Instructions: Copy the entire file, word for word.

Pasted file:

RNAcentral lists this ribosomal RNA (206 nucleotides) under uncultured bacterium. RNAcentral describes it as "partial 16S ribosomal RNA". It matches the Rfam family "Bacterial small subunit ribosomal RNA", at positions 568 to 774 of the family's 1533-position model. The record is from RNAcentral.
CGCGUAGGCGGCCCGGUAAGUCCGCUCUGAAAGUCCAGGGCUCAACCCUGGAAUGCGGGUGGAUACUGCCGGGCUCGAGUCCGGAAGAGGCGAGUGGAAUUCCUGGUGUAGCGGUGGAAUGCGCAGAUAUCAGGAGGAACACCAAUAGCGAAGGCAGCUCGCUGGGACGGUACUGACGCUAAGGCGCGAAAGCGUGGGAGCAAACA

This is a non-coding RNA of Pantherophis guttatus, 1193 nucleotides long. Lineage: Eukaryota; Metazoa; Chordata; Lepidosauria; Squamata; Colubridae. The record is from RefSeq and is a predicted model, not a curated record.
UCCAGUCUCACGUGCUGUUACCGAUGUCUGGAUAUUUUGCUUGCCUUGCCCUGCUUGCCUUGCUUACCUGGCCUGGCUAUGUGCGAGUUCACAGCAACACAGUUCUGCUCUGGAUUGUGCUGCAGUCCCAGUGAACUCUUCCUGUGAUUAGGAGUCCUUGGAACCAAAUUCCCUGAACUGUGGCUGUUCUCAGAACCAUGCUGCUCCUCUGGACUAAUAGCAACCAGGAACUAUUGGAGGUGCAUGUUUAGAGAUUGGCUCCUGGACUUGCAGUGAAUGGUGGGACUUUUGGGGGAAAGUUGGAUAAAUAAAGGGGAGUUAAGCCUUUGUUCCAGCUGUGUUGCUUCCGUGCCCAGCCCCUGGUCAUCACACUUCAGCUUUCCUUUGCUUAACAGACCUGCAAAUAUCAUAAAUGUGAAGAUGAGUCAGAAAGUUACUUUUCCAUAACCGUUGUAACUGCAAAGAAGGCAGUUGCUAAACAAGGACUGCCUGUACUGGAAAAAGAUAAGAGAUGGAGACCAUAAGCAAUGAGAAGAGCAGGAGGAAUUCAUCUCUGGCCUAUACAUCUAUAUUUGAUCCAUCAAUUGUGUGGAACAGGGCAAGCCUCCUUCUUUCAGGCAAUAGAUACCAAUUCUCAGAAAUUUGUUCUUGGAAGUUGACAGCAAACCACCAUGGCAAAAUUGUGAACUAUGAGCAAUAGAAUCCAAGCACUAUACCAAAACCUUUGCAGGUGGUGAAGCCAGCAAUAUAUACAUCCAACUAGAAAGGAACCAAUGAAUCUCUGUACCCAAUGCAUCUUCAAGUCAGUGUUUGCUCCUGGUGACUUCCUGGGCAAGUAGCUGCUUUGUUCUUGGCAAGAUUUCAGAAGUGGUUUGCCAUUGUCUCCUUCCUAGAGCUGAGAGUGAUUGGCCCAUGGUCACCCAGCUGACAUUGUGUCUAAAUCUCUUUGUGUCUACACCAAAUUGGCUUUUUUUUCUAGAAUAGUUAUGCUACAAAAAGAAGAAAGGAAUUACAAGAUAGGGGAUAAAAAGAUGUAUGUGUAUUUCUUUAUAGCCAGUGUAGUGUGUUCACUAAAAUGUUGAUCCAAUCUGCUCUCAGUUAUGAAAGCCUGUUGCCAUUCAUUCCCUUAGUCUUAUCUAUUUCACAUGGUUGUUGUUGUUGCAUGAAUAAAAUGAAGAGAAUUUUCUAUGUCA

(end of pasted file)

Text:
RNAcentral lists this ribosomal RNA (206 nucleotides) under uncultured bacterium. RNAcentral describes it as "partial 16S ribosomal RNA". It matches the Rfam family "Bacterial small subunit ribosomal RNA", at positions 568 to 774 of the family's 1533-position model. The record is from RNAcentral.
CGCGUAGGCGGCCCGGUAAGUCCGCUCUGAAAGUCCAGGGCUCAACCCUGGAAUGCGGGUGGAUACUGCCGGGCUCGAGUCCGGAAGAGGCGAGUGGAAUUCCUGGUGUAGCGGUGGAAUGCGCAGAUAUCAGGAGGAACACCAAUAGCGAAGGCAGCUCGCUGGGACGGUACUGACGCUAAGGCGCGAAAGCGUGGGAGCAAACA

This is a non-coding RNA of Pantherophis guttatus, 1193 nucleotides long. Lineage: Eukaryota; Metazoa; Chordata; Lepidosauria; Squamata; Colubridae. The record is from RefSeq and is a predicted model, not a curated record.
UCCAGUCUCACGUGCUGUUACCGAUGUCUGGAUAUUUUGCUUGCCUUGCCCUGCUUGCCUUGCUUACCUGGCCUGGCUAUGUGCGAGUUCACAGCAACACAGUUCUGCUCUGGAUUGUGCUGCAGUCCCAGUGAACUCUUCCUGUGAUUAGGAGUCCUUGGAACCAAAUUCCCUGAACUGUGGCUGUUCUCAGAACCAUGCUGCUCCUCUGGACUAAUAGCAACCAGGAACUAUUGGAGGUGCAUGUUUAGAGAUUGGCUCCUGGACUUGCAGUGAAUGGUGGGACUUUUGGGGGAAAGUUGGAUAAAUAAAGGGGAGUUAAGCCUUUGUUCCAGCUGUGUUGCUUCCGUGCCCAGCCCCUGGUCAUCACACUUCAGCUUUCCUUUGCUUAACAGACCUGCAAAUAUCAUAAAUGUGAAGAUGAGUCAGAAAGUUACUUUUCCAUAACCGUUGUAACUGCAAAGAAGGCAGUUGCUAAACAAGGACUGCCUGUACUGGAAAAAGAUAAGAGAUGGAGACCAUAAGCAAUGAGAAGAGCAGGAGGAAUUCAUCUCUGGCCUAUACAUCUAUAUUUGAUCCAUCAAUUGUGUGGAACAGGGCAAGCCUCCUUCUUUCAGGCAAUAGAUACCAAUUCUCAGAAAUUUGUUCUUGGAAGUUGACAGCAAACCACCAUGGCAAAAUUGUGAACUAUGAGCAAUAGAAUCCAAGCACUAUACCAAAACCUUUGCAGGUGGUGAAGCCAGCAAUAUAUACAUCCAACUAGAAAGGAACCAAUGAAUCUCUGUACCCAAUGCAUCUUCAAGUCAGUGUUUGCUCCUGGUGACUUCCUGGGCAAGUAGCUGCUUUGUUCUUGGCAAGAUUUCAGAAGUGGUUUGCCAUUGUCUCCUUCCUAGAGCUGAGAGUGAUUGGCCCAUGGUCACCCAGCUGACAUUGUGUCUAAAUCUCUUUGUGUCUACACCAAAUUGGCUUUUUUUUCUAGAAUAGUUAUGCUACAAAAAGAAGAAAGGAAUUACAAGAUAGGGGAUAAAAAGAUGUAUGUGUAUUUCUUUAUAGCCAGUGUAGUGUGUUCACUAAAAUGUUGAUCCAAUCUGCUCUCAGUUAUGAAAGCCUGUUGCCAUUCAUUCCCUUAGUCUUAUCUAUUUCACAUGGUUGUUGUUGUUGCAUGAAUAAAAUGAAGAGAAUUUUCUAUGUCA